Legacy stuff isn't the problem.
(This was first posted here: https://forums.theregister.co.uk/forum/containing/370244 roughly 8 years ago. Pardon the reference to the earlier thread in the third paragraph; I left it intact because it illustrates my point. The PDP11 code is still functioning as intended.)
Legacy stuff isn't the problem.
That's a myth.
There are running, functional systems, and there are broken systems. Legacy stuff that is still running, and functional is (by definition) not broken.
All of the examples listed in the 17 (at this moment) comments above are MANAGEMENT errors, and have nothing to do with the functionality of the systems being discussed.
The biggest management blunder is not having a plan for the future.
The second is not standardizing on functional systems (including upgrade path).
The third is not properly training staff in the use of those systems.
I have 30 year old machine code (running in a PDP11 emulator on Linux) that one client of mine is happy as hell to have ... It helps him keep track of a portion of his business that would otherwise require three or four pairs of technically trained eyes. (It's a specialty greenhouse, if you're curious ... the guy grows orchids, and keeps track of humidity, temperature, light levels, soil moisture, pH, salt, etc.). It originally ran on a pair of PDP11s (redundant systems ... hardware was flaky 30 years ago), now it's on a pair of dead-screen Pentium laptops that cost a total of $50. His electricity bill dropped, and the UPS powers the laptops for a little longer than the PDP11.
Is legacy stuff inherently "bad"? Nope. Bad management is, though.
(And then, about four days later: https://forums.theregister.co.uk/forum/containing/373033 )
Why are you trying to demonize "legacy"?
Old stuff isn't inherently bad. If it still performs the job it was intended to do, let it. If it doesn't, replace it. You DO have an upgrade path planned and budgeted for, right? No? Then I submit that it isn't an equipment problem, but rather it is a management problem.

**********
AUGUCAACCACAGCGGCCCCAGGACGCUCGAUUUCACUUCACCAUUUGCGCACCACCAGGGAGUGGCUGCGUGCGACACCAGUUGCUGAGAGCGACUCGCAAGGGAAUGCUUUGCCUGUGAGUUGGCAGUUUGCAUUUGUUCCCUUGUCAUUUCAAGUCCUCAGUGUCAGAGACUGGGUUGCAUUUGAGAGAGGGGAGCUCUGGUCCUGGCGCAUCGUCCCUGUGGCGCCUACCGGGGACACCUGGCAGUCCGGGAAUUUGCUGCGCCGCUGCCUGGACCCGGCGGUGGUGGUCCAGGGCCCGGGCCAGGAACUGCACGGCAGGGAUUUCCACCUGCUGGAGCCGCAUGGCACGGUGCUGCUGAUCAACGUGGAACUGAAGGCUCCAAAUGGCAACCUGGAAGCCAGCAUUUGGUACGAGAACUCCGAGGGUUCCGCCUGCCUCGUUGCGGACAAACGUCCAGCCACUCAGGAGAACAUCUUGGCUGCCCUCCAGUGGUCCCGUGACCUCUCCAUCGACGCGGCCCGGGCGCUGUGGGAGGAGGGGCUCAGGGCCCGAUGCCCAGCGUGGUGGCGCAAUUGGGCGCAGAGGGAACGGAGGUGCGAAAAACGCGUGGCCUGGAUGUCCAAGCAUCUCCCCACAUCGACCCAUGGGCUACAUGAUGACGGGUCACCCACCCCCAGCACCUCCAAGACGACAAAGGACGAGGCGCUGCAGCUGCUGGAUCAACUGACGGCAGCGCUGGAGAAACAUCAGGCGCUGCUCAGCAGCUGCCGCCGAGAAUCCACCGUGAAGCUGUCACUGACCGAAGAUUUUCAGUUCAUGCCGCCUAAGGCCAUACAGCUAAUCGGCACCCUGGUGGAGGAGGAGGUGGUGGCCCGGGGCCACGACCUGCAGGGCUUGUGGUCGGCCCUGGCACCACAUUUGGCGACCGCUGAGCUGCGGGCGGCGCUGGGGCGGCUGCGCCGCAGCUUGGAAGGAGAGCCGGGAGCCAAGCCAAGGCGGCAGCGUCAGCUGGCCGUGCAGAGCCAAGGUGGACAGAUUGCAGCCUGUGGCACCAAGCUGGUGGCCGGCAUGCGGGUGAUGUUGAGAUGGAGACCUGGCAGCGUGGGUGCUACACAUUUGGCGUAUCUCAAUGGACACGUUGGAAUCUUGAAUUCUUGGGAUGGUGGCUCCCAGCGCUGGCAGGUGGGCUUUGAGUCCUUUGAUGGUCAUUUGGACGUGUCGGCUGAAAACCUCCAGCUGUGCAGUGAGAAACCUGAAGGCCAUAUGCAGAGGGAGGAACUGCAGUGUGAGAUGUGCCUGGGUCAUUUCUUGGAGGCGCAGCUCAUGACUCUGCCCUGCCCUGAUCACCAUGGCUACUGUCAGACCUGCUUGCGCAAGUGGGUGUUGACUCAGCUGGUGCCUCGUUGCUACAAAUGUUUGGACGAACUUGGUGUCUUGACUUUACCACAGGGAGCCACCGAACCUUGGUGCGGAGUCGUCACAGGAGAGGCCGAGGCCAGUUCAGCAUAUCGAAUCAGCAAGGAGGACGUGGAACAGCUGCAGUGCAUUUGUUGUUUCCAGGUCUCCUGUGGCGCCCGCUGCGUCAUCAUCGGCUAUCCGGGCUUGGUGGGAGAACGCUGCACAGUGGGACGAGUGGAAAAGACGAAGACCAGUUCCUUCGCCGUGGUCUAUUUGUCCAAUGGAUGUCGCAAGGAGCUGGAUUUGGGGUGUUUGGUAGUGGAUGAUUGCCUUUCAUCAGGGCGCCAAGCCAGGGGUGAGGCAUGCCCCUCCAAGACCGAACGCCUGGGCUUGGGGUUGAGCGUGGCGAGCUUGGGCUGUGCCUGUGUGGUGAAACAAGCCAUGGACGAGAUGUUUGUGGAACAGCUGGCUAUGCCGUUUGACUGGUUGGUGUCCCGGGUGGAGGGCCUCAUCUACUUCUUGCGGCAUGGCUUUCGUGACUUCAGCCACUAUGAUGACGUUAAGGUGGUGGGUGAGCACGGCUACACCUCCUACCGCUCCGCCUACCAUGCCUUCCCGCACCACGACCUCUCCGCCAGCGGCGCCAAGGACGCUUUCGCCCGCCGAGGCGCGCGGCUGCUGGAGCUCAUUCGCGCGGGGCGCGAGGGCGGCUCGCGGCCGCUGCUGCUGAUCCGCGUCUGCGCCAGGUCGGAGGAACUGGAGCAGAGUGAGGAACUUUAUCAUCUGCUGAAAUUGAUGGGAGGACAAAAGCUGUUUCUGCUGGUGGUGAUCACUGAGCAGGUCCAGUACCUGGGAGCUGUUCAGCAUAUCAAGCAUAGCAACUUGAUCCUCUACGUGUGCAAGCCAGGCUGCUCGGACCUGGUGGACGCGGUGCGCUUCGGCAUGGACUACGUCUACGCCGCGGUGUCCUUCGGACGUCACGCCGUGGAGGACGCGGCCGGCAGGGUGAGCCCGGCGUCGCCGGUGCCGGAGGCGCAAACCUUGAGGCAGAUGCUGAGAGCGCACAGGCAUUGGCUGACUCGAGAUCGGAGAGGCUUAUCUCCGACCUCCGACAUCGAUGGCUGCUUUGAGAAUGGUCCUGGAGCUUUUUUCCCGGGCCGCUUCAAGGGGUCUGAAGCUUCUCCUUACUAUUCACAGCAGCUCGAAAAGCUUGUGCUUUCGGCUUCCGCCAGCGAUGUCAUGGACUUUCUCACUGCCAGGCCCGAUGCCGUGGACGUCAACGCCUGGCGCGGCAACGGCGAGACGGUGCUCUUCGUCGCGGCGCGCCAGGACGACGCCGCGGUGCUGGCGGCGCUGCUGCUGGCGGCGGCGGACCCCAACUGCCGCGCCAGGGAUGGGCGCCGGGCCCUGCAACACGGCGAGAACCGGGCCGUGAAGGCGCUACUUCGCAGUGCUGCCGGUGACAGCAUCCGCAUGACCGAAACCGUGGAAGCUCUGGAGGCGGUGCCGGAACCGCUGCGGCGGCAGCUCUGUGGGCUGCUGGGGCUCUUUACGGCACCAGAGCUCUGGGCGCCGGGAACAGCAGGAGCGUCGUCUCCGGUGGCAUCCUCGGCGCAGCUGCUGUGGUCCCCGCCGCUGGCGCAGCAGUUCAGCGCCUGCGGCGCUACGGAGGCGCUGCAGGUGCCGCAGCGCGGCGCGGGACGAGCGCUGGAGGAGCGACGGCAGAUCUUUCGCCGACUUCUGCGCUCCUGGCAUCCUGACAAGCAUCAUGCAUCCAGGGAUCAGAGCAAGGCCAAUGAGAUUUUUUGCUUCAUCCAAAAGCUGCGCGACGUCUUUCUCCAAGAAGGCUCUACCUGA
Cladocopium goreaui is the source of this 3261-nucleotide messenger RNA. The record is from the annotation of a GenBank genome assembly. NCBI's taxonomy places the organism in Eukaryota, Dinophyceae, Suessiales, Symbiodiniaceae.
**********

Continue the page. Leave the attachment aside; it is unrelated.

I commented on my 30 year old greenhouse management software last time. This time, let's talk telephones. Palo Alto, that hot-bed of high-tech, still had analog switches in a couple of the local exchanges ... in 1998! They still worked for voice, and that was all the customers contracts paid for, so why change 'em? It wasn't until customers started getting upset that they couldn't connect to AOL at 28,800 "like my neighbor" that they switched to digital. The 326 exchange was the last to be changed over. If it wasn't for AOL, it would probably still be analog ... and some of THAT gear was installed in the late 1940s! (I was a NOC-monkey, lurking under Bryant Street and on Fabian(RIP) ... I'm probably going to have nightmares tonight over the memories ...)
Or consider TCP/IP. You use it every single day. Virtually everyone connecting to the Internet uses it for nearly every pointy-clicky intratubes delight. When was it first implemented? (See RFC 675 if you don't know the answer). It's a third of a century old, fer chrissake! Do you consider TCP/IP old, dusty, and in need of replacement? (Cue IPv6 fanbois ...).
Or how about the basic UNIX API?
Old stuff is NOT inherently bad, although there are bad installations. Bad installs are not the equipment's fault, rather they are the fault of the people controlling the purse strings.